The final common pathway with high surge release of catecholamines, procoagulant factors, hypoxia, and elevated levels of proinflammatory markers in COVID-19 patients can lead to thrombotic plaque rupture leading to an ischemic event [24].

COVID-19 induced ACS 

Despite compounding evidence establishing a possible causal relationship between COVID-19 infection and ACS, there are currently no sufficient data to categorically state that the advent of ACS observed among this subset of patients is due to an underlying medical condition or as a result of a direct cardiac effect of the virus itself. The overlapping laboratory evidence such as troponin I and clinical features of chest pain and dyspnea seen in both cases of myocarditis and myocardial infarction can also pose as a limiting factor in diagnosis [31,32].

According to a study carried out among 41 confirmed adult cases in Wuhan, China, 12% had COVID-19 complicated acute cardiac injury in which troponin I, a sensitive marker of ACS, was substantially high [5]. Prothrombotic factors such as prothrombin time and D-dimer value were significantly high upon hospital admission, particularly those requiring intensive care unit (ICU) management. This set of patients requiring critical care also demonstrated significantly lower left ventricular ejection fraction as demonstrated by their transthoracic echocardiograph [5,33]

Another retrospective study conducted in India among 511 patients who tested positive for SARS-CoV-2 showed that the most common cardiac complication, especially with COVID-19 hospitalized patients, including those with previous history (150 patients) of pre-existing ischemic heart disease was the development of ACS. The observed cases of ACS in this study were defined according to the fourth universal definition of myocardial infarction. Hence, elevated levels of troponin above the 99th percentile of the upper limit were used in case selections. Results of the study showed STEMI in 161 patients (31.5%) and NSTEMI in 99 patients (19.4%) [34].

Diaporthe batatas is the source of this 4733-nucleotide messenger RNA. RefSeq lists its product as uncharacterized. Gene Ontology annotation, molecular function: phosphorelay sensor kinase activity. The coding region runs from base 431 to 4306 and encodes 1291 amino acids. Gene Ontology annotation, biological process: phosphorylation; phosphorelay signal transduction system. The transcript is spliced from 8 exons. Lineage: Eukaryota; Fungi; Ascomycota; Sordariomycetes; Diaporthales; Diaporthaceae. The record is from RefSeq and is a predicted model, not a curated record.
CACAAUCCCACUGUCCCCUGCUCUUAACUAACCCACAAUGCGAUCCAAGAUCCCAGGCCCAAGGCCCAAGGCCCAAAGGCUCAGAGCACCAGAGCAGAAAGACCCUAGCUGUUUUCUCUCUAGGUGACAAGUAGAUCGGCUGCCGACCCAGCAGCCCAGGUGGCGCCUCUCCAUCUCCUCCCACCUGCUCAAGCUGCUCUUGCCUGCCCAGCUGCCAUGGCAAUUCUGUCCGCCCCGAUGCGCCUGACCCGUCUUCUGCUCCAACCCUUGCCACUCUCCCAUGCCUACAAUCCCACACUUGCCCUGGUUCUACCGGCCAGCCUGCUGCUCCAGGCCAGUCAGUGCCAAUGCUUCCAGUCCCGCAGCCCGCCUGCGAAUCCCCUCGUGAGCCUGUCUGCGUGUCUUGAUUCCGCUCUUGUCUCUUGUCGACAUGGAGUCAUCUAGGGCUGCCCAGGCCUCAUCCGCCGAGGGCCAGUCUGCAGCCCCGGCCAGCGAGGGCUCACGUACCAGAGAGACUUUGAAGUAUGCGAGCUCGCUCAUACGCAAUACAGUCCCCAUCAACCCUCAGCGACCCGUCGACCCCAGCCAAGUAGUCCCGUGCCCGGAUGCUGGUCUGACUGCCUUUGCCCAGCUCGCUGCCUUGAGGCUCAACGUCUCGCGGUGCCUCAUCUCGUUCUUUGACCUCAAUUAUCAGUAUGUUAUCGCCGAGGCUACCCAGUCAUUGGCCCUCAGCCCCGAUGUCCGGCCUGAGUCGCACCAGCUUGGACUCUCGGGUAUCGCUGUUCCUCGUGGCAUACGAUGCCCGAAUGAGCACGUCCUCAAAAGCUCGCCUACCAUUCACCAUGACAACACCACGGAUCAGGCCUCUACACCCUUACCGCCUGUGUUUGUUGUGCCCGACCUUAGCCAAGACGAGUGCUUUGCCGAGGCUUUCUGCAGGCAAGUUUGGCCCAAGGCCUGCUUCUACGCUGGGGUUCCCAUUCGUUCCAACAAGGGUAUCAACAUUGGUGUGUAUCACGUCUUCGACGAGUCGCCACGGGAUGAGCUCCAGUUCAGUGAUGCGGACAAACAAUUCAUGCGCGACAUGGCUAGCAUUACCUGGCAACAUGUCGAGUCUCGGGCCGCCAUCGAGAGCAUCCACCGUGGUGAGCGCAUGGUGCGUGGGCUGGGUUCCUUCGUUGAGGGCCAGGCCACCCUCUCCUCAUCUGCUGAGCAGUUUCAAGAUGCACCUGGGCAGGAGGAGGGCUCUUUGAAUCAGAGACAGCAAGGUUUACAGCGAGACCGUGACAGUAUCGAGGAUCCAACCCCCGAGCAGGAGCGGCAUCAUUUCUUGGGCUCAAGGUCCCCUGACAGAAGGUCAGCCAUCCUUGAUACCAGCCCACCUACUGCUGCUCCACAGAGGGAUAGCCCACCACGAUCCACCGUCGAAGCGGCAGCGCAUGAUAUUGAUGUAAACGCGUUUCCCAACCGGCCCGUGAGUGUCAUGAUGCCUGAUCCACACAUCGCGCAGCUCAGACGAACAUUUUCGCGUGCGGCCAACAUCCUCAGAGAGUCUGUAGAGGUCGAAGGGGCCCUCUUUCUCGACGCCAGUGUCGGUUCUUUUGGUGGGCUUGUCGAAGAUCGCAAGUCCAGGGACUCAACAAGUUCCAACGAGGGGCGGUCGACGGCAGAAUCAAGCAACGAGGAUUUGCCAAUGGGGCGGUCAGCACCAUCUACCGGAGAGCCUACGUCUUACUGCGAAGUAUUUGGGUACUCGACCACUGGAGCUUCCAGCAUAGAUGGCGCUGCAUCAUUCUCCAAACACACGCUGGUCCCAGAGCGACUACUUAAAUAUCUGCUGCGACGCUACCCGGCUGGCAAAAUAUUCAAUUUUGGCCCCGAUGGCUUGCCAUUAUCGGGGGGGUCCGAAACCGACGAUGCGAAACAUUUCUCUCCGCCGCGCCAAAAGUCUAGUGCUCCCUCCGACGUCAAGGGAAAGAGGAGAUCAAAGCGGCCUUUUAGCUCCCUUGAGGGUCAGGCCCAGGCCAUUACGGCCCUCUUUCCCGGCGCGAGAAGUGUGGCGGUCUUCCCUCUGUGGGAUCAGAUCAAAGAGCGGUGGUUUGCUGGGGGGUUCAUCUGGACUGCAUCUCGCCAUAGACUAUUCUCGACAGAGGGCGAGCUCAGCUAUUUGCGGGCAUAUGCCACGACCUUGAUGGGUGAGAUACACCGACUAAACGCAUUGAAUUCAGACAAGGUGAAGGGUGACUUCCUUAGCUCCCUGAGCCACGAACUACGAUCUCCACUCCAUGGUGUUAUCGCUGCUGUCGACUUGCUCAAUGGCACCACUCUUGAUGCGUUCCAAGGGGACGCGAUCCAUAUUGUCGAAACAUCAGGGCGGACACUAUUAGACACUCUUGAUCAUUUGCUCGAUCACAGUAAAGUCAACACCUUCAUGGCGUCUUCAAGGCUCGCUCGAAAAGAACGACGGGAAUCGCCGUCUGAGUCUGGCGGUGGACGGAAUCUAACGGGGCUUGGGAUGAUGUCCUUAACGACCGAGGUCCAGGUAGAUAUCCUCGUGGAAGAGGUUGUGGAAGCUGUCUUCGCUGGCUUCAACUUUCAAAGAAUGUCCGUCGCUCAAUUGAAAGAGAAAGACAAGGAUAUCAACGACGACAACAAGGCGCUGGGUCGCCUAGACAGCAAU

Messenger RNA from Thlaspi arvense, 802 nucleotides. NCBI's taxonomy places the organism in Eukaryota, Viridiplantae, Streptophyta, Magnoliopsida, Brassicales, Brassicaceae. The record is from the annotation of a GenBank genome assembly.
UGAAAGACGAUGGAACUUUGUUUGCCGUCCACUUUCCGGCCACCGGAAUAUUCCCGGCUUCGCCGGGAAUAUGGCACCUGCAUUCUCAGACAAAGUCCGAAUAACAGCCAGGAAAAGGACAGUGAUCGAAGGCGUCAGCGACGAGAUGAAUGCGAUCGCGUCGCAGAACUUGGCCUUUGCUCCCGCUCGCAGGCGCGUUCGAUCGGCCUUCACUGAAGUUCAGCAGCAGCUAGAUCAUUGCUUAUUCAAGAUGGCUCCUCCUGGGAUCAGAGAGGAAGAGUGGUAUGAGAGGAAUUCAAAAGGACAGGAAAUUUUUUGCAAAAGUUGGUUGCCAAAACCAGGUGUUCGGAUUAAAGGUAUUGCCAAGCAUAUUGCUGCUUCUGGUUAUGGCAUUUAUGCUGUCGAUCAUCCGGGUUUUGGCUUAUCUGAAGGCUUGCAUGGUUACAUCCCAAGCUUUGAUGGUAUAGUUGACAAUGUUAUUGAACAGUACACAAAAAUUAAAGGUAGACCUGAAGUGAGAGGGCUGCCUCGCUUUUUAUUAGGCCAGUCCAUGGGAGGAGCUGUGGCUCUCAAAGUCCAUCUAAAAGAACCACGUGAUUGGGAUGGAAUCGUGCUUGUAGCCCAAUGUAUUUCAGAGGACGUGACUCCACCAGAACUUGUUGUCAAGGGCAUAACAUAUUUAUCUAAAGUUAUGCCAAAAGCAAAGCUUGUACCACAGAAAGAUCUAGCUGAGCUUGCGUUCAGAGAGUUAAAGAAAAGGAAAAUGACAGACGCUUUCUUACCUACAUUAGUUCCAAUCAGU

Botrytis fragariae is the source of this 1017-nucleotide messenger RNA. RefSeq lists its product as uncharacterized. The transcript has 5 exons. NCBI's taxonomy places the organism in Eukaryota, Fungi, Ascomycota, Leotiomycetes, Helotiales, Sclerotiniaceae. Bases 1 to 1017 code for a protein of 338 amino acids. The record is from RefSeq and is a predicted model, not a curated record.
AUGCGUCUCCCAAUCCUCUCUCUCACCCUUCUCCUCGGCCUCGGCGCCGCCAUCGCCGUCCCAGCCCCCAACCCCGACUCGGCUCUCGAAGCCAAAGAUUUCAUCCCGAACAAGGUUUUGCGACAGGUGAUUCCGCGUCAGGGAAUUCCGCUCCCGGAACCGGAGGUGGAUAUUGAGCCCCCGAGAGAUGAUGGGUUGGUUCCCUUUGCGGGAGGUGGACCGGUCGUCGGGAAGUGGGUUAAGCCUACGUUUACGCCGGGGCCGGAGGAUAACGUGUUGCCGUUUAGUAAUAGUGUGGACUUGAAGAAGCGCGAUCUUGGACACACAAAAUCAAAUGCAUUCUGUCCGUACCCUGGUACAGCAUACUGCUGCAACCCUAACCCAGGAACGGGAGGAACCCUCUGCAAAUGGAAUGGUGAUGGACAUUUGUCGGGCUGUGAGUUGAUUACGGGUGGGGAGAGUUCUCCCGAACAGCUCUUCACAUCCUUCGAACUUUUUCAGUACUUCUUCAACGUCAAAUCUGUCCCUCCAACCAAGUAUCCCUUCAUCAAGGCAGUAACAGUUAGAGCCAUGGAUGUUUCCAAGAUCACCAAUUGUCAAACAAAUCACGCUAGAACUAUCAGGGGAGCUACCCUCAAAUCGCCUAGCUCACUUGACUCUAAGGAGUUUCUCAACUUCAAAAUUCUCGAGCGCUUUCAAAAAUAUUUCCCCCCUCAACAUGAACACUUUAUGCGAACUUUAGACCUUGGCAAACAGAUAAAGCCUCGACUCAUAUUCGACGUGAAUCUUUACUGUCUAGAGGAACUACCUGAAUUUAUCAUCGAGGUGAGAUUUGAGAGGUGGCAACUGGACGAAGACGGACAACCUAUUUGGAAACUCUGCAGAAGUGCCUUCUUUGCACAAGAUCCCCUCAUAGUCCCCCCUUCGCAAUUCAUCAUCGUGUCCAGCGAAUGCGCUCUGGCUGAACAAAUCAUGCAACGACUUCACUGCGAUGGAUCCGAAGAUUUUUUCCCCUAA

Since the COVID-19 pandemic was declared, a substantial reduction in the admission rates of ACS was surprisingly observed despite a strong correlation with the infection. There was an almost 50% reduction in the hospitalization rates in patients with NSTEMI during the lockdown period. A study done in Germany showed a 23% decrease in admission rates for UA. In contrast, the rate of admitted STEMI patients was stable [35-37]. Similarly, another retrospective cross-sectional analysis carried out in Pakistan revealed decreasing UA and stable STEMI admissions. However, a comparative analysis of the Pakistan study demonstrated an upward trend in the admission rate of NSTEMI patients [38].

In India, an observational study found a decline in admission rates amassing 43% between the period of March 25 and May 31 of 2020 when compared to the same time frame two years prior. This study demonstrated an overall decrease in hospital admission of all three types of ACS [39].

Interestingly, one would have expected an increase in the use of percutaneous coronary intervention (PCI) for an apparent number of reasons such as heightened psychosocial stressors and viral-induced STEMI during the COVID-19 period. A confounding paradox was the reduction in the use of invasive procedures relating to STEMI during the early phase of the COVID-19 era. There was a 38% and 40% reduction in cardiac catheterization in the United States and Spain respectively [40].